Theater / Film

Local Filmmaker Directs, Writes Father’s Passion Project Starring an A-List Cast

Written By Michelle F. Solomon
February 16, 2024 at 4:45 PM

Diane Ladd as Carmen and Mary Stuart Masterson as her daughter, Victoria, in Aventura Entertainment’s movie “Isle of Hope” being released in Florida theaters including Miami and Fort Lauderdale on Friday, Feb. 23.  (Photo courtesy of Aventura Entertainment)

South Florida filmmaker and director Damian Romay remembers when his father, Omar, approached him about adapting a play and making it into a movie that his Aventura, Fla., based-film company would finance and produce.

Omar Romay had become entranced with an Argentinian stage play “Dias Contados” (“Days Counted”) by Buenos Aires-born actor-playwright Oscar Martinez, which had been performed at theaters in the capital city.

“My father called me up and told me he saw this play that he liked and that I should watch it,” recalls Romay. It was available online through Teatrix, a platform created by his aunt, Mirta Romay, his father’s sister.

“It’s sort of a Netflix for theater lovers dedicated to recording, producing and showing musicals and plays from Argentina and other places in Latin America,” explains Damian.

Mary Stuart Masterson and director/writer Damian Romay on the set of “Isle of Hope” in Savannah, Ga. (Photo courtesy of Aventura Entertainment)

The play by Martinez is about Ana, who is co-parenting her teenage daughter with her ex-husband as she also deals with the combative relationship she has with her mother, Carmen. When her mother is hospitalized Ana ends up having to face the years of conflict.

After Damian finished the online screening, he called his father and said to him, “Yes, that’s a good play. So, what’s your interest in it?” The idea was to make a movie based on the script and to have Damian write it. Omar’s film and television production company, Aventura Entertainment, based in Aventura, Fla., would produce the film.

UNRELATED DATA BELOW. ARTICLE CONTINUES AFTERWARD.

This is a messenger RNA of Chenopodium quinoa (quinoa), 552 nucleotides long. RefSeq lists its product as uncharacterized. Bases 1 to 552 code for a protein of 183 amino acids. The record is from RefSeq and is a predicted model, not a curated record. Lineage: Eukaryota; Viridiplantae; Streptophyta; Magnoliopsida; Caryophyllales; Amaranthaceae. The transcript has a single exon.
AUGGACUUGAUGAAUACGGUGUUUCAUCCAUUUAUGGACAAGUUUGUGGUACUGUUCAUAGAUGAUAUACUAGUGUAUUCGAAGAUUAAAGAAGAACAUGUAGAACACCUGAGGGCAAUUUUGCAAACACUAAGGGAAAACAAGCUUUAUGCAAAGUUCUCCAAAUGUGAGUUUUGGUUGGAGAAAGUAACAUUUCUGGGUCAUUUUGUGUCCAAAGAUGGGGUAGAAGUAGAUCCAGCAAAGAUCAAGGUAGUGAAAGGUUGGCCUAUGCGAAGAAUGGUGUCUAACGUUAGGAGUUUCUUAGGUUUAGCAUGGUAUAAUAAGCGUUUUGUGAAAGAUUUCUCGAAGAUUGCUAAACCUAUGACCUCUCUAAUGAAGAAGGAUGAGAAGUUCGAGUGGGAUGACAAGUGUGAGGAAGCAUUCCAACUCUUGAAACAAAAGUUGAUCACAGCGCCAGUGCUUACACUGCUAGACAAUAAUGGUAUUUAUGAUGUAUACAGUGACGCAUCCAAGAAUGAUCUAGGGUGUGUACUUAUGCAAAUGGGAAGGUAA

The elder Romay had started his own company in 2016 but had been in Miami since 1988 when he arrived to run the television station WJAN, which his father, Alejandro, had purchased. Alejandro Romay was a media mogul in Buenos Aires, best known as the chairman of Channel 9, which held the No. 1 spot as Argentina’s top television station for a decade in the 1980s.

“I wanted to know why that play when there are a million other plays or books or stories that he could use as inspiration for a movie,” says Damian. “He was unable to give me a precise answer at the moment, but I believe I understood why the story spoke to him.”

The story of family dynamics and family relationships has been explored in everything from Shakespeare’s “King Lear” to Disney’s “The Lion King.”

” . . . This pressure of living up to what your parents did before you, wondering if you’re good enough and just trying to make your own path,” says Damian.

Diane Ladd and Mary Stuart Masterson in a scene from “Isle of Hope,” produced by South Florida-based Aventura Entertainment. (Photo courtesy of Aventura Entertainment)

The writer-director, who recently moved his own company Sunshine Films from Miami to Fort Lauderdale, added a third act to the adaptation of “Dias Contados,” and titled the film “Isle of Hope.”

“I added a third act because it was kind of that wish fulfillment of wondering, ‘How would it be?’ How would that conversation go if you finally had the chance to say the things you want to say and maybe mend those mistakes from the past? I wanted to take that to its conclusion and see what happened.  It brought me some satisfaction and hopefully, the people who watch it will get that, too,” says Damian.

Ana’s name was changed to Victoria in Aventura Entertainment’s movie, but the mother’s name remains the same.

Victoria is played by Mary Stuart Masterson, who became a Hollywood icon for her roles in “Fried Green Tomatoes,” “Some Kind of Wonderful,” and “Benny and Joon.”

Three-time Academy Award nominee Diane Ladd plays Carmen in Aventura Entertainment’s “Isle of Hope.” (Photo courtesy of Aventura Entertainment)

Starring as her mother, Carmen, is three-time Academy Award nominee Diane Ladd, who was the first to come onboard for “Isle of Hope.”

“My agent called me and sent me the script to look at,” says Ladd in a telephone interview from her Ojai, Calif., home. She liked it for several reasons. A straight shooter, she says, “it was a job,” adding that there aren’t a lot of movie roles for 88-year-old women. With her Deep South accent coming through, she says, “Listen, honey, there are 28 parts for every man to one part for a woman. Did you know that?”